nowheat wrote:But I am not asking what you are saying. I am asking if you disagree with the Buddha. The Buddha says that even if there is no rebirth, following the dhamma is a good thing. I am asking if you disagree with the Buddha. It's actually a "yes or no" question.
:namaste:


    "And who is the individual who goes against the flow? There is the case where an individual doesn't indulge in sensual passions and doesn't do evil deeds. Even though it may be with pain, even though it may be with sorrow, even though he may be crying, his face in tears, he lives the holy life that is perfect & pure. This is called the individual who goes against the flow." http://www.accesstoinsight.org/tipitaka ... .than.html

Why would a person lives the holy life that is perfect & pure that brings in this life: pain, sorrow and tears.
Isn't Dhamma supposed to stop suffering? Not add pain, sorrow and tears?

It is perfectly understandable to suffer in this life so that there will not be much greater amount of suffering in next lives. But to live the holy life that is perfect & pure that brings in this life: pain, sorrow, tears - is just self inflicted deprivation and hardship.



“Bhikkhus, suppose there was a man with a lifespan of a hundred years, who could live a hundred years. Someone would say to him: ‘Come, good man, in the morning they will strike you with a hundred spears; at noon they will strike you with a hundred spears; in the evening they will strike you with a hundred spears. And you, good man, being struck day after day by three hundred spears will have a lifespan of a hundred years, will live a hundred years; and then, after a hundred years have passed, you will make the breakthrough to the four noble truths, to which you had not broken through earlier.
“It is fitting, bhikkhus, for a clansman intent on his good to accept the offer. For what reason? Because this saμsåra, bhikkhus, is without discoverable beginning; a first point cannot be discerned of blows by spears, blows by swords, blows by axes. And even though this may be so, bhikkhus, I do not say that the breakthrough to the four noble truths is accompanied by suffering or displeasure. Rather, bhikkhus, the breakthrough to the four noble truths is accompanied only by happiness, accompanied only by joy. What four? The noble truth of suffering … the noble truth of the way leading to the cessation of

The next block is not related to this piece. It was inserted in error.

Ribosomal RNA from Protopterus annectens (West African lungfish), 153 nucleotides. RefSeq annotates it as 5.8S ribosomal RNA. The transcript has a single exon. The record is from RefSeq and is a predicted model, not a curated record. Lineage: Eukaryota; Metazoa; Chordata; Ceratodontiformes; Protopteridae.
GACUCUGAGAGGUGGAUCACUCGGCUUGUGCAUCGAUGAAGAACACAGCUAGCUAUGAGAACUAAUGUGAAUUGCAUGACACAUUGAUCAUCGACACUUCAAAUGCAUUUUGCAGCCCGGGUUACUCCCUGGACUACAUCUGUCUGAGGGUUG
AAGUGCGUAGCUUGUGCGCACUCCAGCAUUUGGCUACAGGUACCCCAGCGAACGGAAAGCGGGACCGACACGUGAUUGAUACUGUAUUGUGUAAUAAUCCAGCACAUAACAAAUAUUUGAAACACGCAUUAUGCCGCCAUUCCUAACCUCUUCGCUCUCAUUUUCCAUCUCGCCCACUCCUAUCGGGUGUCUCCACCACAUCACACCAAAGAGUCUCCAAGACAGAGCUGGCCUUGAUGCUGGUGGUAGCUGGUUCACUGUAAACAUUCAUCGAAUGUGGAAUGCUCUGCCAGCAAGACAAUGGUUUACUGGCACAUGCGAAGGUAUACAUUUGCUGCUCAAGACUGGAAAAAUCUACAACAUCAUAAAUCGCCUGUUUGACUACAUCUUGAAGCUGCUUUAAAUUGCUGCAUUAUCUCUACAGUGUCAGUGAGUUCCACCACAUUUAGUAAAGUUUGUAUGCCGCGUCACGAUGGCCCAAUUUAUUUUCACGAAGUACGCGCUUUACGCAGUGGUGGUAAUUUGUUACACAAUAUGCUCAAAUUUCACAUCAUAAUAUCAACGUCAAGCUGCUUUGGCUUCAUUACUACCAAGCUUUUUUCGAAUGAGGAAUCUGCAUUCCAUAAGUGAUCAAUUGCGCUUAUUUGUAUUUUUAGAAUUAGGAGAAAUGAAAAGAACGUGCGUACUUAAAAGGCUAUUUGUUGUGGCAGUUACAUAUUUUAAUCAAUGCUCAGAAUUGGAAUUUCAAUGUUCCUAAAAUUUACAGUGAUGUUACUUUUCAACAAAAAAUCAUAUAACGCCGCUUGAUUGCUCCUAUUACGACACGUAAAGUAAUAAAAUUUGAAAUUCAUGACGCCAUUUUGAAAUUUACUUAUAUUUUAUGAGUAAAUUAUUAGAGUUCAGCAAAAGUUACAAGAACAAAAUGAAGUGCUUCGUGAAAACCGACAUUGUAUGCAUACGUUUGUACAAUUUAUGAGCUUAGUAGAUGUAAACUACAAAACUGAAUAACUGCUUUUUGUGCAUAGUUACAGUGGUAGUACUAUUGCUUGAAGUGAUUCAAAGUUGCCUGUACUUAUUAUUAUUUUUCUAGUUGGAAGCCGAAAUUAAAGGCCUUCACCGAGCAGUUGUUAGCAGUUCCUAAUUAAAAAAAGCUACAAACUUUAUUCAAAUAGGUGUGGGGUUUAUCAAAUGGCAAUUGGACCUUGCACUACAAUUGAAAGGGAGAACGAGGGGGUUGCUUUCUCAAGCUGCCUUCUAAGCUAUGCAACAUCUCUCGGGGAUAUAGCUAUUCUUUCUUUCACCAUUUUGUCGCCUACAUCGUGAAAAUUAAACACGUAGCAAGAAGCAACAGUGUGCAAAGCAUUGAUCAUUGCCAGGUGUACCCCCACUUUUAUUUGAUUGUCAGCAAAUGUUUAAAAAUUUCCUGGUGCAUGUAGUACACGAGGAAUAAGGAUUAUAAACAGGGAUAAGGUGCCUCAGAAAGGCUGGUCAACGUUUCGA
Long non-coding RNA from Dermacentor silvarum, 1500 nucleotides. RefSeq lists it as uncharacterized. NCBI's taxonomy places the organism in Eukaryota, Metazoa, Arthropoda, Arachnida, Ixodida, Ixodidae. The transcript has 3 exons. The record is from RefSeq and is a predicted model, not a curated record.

suffering. “Therefore, bhikkhus, an exertion should be made to understand: ‘This is suffering.’ … An exertion should be made to understand: ‘This is the way leading to the cessation of suffering.’” BB Transl. - SN 56.35 (5) A Hundred Spears


If there is one life only, why accept the deal of being tortured for hundred years in order to realize 4NT? It works only if we consider multi-lifetimes where suffering can be much greater than in this one.
I was not; I was; I am not; I do not care."
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Re: the great rebirth debate

Postby Alex123 » Fri Mar 23, 2012 2:04 am

nowheat wrote:And who is it who says that Anathapindika the householder ended up a deva in Tusita heaven. Who do you find is speaking in that part of the sutta?
:namaste:


The Buddha has said it and Ananda remembered.

    Then when the night had past, The Blessed One addressed the monks: "Last night, monks, a certain deva's son in the far extreme of the night, his extreme radiance lighting up the entirety of Jeta's Grove, came to me and, on arrival, bowed down to me and stood to one side. As he was standing there, he addressed me with this verse:... http://www.accesstoinsight.org/tipitaka ... .than.html
I was not; I was; I am not; I do not care."
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Re: the great rebirth debate

Postby retrofuturist » Fri Mar 23, 2012 2:22 am

Greetings Alex,

Gee - you paint a pretty grim picture of Dhamma practice, one that's hard to relate to.

Even though one might loosely say that the practice can give rise to dukkha, it wouldn't really be correct to say it was the Dhamma practice itself causing suffering, rather... it would be craving for sensory gratification causing suffering, and that on account of the Dhamma practice, those cravings are not being fulfilled, not being surrendered to.

Metta,
Retro. :)
If you have asked me of the origination of unease, then I shall explain it to you in accordance with my understanding:
Whatever various forms of unease there are in the world, They originate founded in encumbering accumulation. (Pārāyanavagga)


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One who is such, calmed and ever mindful, He has no sorrows! -- Udana IV, 7


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Re: the great rebirth debate

Postby nowheat » Fri Mar 23, 2012 2:30 am

Alex123 wrote:
nowheat wrote:And who is it who says that Anathapindika the householder ended up a deva in Tusita heaven. Who do you find is speaking in that part of the sutta?
:namaste:


The Buddha has said it and Ananda remembered.


Yes. And he tells us why he talks of where people end up, and among the reasons he gives, notably absent is "because it's the truth." He tells stories of where people go to inspire those who cared about them.